Other important changes that occurred this year were those made to our governance structure. A full review of best practices supported the Board’s decisions relating to our governance. These decisions affected, amongst other things, the size of the Board and at-large elections for registrant positions on the Board.
Of all of the governance changes that were made, one that is particularly relevant to me is the Board’s election of its chair. I’d like to thank the Board for the privilege of acting in this capacity and for their support. I am very proud to say that the Board is committed to ensuring that the College responds effectively and correctly to the issues at hand and does not shy away from making tough decisions.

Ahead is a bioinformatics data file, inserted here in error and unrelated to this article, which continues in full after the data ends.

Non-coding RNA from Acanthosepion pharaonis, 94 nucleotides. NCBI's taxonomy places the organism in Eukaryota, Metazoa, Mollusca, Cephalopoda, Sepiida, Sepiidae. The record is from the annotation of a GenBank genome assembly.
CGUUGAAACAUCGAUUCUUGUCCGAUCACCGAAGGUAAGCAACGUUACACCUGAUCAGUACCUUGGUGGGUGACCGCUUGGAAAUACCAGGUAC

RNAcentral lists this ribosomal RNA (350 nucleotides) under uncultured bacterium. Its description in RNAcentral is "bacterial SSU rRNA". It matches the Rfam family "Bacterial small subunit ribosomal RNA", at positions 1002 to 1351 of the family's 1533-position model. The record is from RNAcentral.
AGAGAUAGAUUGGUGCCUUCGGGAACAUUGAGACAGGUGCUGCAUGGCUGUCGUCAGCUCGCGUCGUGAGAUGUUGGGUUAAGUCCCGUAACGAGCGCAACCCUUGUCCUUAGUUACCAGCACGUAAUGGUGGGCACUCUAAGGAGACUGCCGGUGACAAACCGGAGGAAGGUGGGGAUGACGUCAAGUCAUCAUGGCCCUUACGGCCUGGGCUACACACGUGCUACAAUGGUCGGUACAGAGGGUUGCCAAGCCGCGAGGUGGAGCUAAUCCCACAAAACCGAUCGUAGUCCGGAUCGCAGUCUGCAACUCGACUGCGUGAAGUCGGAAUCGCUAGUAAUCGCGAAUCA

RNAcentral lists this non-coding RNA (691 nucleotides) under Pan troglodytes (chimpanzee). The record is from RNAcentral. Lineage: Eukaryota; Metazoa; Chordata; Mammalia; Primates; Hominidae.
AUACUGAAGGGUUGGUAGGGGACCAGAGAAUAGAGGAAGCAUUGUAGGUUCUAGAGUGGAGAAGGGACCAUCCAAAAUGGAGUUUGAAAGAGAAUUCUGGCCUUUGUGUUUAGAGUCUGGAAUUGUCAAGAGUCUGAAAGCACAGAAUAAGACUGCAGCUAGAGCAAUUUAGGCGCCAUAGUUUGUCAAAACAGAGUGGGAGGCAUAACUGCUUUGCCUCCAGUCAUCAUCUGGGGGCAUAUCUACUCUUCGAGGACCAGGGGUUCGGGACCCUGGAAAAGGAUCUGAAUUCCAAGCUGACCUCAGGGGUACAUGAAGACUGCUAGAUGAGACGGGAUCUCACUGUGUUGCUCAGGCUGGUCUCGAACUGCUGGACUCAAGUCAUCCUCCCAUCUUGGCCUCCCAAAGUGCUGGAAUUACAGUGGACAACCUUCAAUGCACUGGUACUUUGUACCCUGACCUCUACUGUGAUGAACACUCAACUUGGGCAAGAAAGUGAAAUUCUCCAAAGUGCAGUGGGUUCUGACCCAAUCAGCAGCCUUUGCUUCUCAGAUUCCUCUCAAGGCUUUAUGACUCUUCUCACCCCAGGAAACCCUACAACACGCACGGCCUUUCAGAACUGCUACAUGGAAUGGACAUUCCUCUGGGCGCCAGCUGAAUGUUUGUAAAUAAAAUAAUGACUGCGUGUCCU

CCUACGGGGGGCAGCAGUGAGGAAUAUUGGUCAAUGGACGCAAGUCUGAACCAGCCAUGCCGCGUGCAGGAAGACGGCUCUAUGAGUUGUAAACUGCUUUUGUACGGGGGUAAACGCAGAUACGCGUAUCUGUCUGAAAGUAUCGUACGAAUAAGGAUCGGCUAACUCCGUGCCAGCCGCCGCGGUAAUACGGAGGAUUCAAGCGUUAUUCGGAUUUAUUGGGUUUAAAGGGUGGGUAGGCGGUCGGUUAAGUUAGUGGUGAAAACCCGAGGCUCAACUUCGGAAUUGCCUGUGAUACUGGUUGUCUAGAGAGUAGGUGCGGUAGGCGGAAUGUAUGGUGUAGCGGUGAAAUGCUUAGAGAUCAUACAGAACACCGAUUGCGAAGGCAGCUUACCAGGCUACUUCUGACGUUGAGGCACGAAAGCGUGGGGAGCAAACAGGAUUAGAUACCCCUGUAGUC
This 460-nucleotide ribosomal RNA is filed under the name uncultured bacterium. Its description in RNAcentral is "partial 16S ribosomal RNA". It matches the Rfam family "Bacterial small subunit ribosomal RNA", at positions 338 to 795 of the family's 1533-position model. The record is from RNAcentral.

I would also like to acknowledge the staff of the College. I have had the opportunity of working with many organizations, but I have never worked with one where there has been so much loyalty and support for the Board.
This applies to all the staff, from the people in reception, to those who ensure that we are housed and fed, and importantly, to those who develop the excellent reports upon which we make our decisions. They make the work of the Board that much easier.
I’d like to close with a statement of confidence that the College is well positioned to meet the public’s expectation that they will receive competent and ethical nursing care — that we will not shy away from addressing problems when they are identified.
There is no doubt that the College has responded to government’s concerns in such a way that we will continue to be granted the privilege of formulating and ensuring compliance with our standards, which have been designed to ensure proper professional nursing practice.
And for that confidence, I thank the Board, the staff, and you. Thank you.